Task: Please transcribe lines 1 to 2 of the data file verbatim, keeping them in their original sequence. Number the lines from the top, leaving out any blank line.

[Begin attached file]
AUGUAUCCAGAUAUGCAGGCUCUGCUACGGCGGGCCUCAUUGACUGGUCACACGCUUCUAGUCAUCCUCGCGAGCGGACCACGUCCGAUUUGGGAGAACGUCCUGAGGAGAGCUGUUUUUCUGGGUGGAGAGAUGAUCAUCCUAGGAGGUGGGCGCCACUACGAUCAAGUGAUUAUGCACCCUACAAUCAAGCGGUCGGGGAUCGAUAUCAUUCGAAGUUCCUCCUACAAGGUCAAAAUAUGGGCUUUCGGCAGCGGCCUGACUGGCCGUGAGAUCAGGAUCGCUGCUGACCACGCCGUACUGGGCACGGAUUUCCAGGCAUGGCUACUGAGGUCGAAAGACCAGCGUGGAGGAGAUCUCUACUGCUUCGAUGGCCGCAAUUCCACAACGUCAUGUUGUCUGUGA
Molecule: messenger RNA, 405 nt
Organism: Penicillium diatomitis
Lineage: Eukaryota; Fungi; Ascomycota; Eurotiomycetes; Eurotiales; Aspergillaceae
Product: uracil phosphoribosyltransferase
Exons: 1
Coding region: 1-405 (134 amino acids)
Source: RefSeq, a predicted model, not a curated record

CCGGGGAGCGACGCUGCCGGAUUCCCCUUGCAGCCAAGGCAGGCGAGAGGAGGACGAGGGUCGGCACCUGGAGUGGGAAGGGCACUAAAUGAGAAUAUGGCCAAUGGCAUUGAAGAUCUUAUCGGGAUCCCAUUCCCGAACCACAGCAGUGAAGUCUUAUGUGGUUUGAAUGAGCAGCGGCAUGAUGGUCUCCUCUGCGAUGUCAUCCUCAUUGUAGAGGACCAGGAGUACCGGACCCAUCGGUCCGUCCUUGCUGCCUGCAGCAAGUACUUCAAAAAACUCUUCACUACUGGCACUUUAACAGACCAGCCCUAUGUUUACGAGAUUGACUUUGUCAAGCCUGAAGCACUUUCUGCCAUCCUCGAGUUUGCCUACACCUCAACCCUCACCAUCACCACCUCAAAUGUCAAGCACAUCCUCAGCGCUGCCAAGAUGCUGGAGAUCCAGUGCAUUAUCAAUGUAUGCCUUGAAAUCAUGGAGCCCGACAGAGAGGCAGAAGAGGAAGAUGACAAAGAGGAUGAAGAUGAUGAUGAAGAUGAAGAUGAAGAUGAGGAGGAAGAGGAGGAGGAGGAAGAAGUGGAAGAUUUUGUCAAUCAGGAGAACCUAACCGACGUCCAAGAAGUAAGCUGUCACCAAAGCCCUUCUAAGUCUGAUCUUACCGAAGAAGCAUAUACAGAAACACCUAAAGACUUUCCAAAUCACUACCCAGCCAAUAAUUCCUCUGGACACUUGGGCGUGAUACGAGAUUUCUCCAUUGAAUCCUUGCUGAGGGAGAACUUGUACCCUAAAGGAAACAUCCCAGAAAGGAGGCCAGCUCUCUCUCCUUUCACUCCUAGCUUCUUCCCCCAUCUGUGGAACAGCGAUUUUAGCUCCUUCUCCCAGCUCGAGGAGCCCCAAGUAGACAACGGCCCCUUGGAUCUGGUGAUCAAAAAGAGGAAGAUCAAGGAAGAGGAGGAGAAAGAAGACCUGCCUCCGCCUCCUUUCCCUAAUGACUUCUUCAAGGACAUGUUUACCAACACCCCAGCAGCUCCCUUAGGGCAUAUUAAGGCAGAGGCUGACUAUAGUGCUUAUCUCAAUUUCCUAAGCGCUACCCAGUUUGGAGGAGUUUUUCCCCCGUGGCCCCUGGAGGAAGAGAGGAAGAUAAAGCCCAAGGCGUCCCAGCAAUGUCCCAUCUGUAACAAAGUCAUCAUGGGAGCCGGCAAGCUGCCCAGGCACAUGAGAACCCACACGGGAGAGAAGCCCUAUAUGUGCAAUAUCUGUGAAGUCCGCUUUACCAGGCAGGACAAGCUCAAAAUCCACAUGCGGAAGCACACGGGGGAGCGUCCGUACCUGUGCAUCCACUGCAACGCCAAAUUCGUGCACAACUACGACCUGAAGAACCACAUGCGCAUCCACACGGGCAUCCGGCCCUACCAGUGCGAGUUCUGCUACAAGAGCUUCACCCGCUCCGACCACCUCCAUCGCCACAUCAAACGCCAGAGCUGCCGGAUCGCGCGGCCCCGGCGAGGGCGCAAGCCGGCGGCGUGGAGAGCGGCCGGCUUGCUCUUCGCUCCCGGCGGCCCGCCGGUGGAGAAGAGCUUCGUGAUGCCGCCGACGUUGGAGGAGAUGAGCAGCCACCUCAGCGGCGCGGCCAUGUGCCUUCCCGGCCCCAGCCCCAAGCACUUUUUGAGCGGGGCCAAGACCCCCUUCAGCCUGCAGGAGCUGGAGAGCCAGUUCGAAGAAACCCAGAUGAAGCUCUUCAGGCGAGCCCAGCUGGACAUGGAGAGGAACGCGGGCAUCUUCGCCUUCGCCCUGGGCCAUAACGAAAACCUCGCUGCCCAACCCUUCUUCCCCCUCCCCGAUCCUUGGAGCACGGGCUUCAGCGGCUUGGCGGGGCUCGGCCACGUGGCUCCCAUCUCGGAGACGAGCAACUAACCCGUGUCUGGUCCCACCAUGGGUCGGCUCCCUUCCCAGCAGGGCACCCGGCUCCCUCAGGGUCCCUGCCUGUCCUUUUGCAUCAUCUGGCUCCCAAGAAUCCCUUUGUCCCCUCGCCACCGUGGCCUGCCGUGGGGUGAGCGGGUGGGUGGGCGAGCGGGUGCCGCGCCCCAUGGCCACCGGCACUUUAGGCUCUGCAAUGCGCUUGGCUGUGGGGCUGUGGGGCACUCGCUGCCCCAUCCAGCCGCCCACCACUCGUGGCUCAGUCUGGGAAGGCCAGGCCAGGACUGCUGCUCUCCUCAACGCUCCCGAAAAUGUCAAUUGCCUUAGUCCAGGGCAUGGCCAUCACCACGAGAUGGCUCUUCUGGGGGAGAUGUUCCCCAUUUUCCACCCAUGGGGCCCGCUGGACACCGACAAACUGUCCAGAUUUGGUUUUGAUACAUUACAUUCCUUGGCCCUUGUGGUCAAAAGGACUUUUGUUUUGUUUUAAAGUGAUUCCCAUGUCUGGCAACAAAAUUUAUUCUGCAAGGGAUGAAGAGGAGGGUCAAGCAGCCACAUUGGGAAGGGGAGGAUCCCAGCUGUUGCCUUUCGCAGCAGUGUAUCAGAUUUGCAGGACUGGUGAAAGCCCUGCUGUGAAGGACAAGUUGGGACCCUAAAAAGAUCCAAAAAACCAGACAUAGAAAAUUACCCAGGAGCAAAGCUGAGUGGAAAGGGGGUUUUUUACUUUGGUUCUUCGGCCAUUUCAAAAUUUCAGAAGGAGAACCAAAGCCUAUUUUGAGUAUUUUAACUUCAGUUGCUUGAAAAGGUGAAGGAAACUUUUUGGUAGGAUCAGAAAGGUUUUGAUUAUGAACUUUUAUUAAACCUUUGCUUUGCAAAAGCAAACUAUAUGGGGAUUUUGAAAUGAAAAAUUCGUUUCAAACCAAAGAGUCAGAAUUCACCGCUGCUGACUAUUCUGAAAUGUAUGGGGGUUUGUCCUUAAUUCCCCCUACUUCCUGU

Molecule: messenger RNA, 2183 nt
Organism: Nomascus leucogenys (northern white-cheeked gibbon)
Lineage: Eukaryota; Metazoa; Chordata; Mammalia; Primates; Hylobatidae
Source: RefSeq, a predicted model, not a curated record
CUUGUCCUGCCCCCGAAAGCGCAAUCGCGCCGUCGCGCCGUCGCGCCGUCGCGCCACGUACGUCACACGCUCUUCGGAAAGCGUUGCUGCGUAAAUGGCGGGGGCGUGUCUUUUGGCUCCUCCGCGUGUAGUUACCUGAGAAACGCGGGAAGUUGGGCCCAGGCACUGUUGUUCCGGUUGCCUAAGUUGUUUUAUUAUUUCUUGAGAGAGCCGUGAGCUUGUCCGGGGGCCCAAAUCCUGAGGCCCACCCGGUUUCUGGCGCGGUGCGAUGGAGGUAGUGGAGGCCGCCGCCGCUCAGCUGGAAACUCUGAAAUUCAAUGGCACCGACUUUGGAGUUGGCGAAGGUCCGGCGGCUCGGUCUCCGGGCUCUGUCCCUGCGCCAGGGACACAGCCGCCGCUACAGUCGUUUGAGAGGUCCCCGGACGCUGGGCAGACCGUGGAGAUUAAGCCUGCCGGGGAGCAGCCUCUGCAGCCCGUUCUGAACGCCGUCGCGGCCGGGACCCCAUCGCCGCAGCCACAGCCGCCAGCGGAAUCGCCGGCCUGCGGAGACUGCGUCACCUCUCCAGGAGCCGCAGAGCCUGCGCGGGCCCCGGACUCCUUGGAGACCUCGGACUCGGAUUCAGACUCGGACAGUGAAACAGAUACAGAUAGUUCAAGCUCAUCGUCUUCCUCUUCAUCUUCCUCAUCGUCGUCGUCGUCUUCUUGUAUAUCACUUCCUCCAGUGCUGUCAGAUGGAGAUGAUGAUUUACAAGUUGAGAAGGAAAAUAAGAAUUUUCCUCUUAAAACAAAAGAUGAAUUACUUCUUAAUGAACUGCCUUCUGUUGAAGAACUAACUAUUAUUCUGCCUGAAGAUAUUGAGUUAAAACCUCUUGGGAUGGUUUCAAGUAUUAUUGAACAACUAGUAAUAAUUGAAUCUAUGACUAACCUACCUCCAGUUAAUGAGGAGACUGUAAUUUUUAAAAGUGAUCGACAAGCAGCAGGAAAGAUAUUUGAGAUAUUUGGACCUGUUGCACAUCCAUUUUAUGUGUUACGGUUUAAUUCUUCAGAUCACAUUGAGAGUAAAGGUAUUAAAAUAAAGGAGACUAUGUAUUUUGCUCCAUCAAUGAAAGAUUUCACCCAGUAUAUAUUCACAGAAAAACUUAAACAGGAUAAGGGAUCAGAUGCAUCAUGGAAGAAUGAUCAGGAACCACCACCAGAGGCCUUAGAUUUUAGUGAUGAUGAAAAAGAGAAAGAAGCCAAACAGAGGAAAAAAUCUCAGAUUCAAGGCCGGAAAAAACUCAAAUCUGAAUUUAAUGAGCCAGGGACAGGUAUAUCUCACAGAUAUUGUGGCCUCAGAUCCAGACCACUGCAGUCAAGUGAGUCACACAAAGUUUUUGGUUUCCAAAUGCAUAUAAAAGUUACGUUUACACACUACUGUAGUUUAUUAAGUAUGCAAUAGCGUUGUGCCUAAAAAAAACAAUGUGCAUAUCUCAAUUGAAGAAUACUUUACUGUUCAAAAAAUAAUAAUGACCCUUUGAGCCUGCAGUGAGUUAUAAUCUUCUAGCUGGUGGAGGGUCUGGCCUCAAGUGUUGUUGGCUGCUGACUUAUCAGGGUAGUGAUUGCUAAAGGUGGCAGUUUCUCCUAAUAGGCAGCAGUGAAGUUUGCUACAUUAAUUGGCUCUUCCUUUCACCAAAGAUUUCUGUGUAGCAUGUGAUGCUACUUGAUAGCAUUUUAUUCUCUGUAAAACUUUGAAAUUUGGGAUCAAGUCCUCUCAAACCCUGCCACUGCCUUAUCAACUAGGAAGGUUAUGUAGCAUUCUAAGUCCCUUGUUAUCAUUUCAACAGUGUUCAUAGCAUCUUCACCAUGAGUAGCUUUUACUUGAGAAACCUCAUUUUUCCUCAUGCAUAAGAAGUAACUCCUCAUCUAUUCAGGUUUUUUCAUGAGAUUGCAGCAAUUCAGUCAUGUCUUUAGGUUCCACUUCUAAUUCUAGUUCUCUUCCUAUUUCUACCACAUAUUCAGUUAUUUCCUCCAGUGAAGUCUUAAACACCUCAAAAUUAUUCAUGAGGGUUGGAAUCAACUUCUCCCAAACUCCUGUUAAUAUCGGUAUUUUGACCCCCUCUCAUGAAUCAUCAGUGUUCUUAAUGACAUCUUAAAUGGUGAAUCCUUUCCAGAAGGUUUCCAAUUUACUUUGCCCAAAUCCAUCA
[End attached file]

AUGUAUCCAGAUAUGCAGGCUCUGCUACGGCGGGCCUCAUUGACUGGUCACACGCUUCUAGUCAUCCUCGCGAGCGGACCACGUCCGAUUUGGGAGAACGUCCUGAGGAGAGCUGUUUUUCUGGGUGGAGAGAUGAUCAUCCUAGGAGGUGGGCGCCACUACGAUCAAGUGAUUAUGCACCCUACAAUCAAGCGGUCGGGGAUCGAUAUCAUUCGAAGUUCCUCCUACAAGGUCAAAAUAUGGGCUUUCGGCAGCGGCCUGACUGGCCGUGAGAUCAGGAUCGCUGCUGACCACGCCGUACUGGGCACGGAUUUCCAGGCAUGGCUACUGAGGUCGAAAGACCAGCGUGGAGGAGAUCUCUACUGCUUCGAUGGCCGCAAUUCCACAACGUCAUGUUGUCUGUGA
Molecule: messenger RNA, 405 nt